An unofficial match tracked with GPEXE
Nowadays in professional football, one of the aspects that can have great relevancy in high-level sports performance would be to know the energetic expense of a football player during a match or a training session. Thanks to the utilization of the increasingly trustworthy and accurate technology GLOBAL POSITIONING SYSTEM, (GPS) recently incorporated into the world of the football, and to several scientific studies on the energetic cost of running at constant speed and during the acceleration/deceleration phases (Osgnach, 2010), it is possible to obtain this information.
The purpose of this pilot investigation was, therefore, to compare a high sampling frequency GPS system (GPEXE PRO 18.18 Hz, Exelio, Udine, Italy) and a radar unit (ATS II 46.875 Hz, Stalker Radar, Plano, Texas, USA) during maximal straight-line sprints with the aim of examining the differences between these two devices in estimating peak speed and peak acceleration.
The aim of this study was to investigate the energetic expenditure of elite football players during a match and to assess the contribution of the aerobic and anaerobic energy sources to the overall energy expenditure in football matches.
Material and methods
The present data were collected on 20 professional football players belonging to a team that takes part in the League Spanish BBVA during the season 2014-2015. Main average characteristics of the subjects were: age 25,7 years (SD, 4,5); mass 80,6 kg (SD, 6,3); stature 1,81 m (SD, 0,051); anaerobic specific threshold 14,73 km/h (SD, 0,9).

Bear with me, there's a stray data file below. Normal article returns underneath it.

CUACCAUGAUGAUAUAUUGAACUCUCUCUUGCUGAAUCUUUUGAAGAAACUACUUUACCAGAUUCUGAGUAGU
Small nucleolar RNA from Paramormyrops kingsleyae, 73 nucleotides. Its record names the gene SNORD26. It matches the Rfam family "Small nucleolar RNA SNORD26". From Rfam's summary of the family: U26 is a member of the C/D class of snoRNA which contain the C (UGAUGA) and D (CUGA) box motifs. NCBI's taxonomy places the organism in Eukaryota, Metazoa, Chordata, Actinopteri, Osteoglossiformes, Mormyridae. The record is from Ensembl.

The measures were realized by a last technology GPS device (GPEXE) placed inside a special jacket on the back of the athlete. The GPS device uses a 20Hz technology and detects the position, speed and movements of the athlete with very high precision in the horizontal plane. The information was gathered during an un-official football match (2 halves of 45 minutes each). The information extracted from the GPS was analyzed by the software provided by the brand (GPEXE), in which every subject is identified by an individual updated profile reporting mass and anaerobic individual threshold (estimated by means of specific physical tests). From these data, the software estimates the energetic expenditure (kcal/kg, kJ/kg or ml O2/kg) as well as the percentage (%) of energy obtained by the aerobic and anaerobic energetic sources.
For this study, the unit of energetic measure was kcal/kg.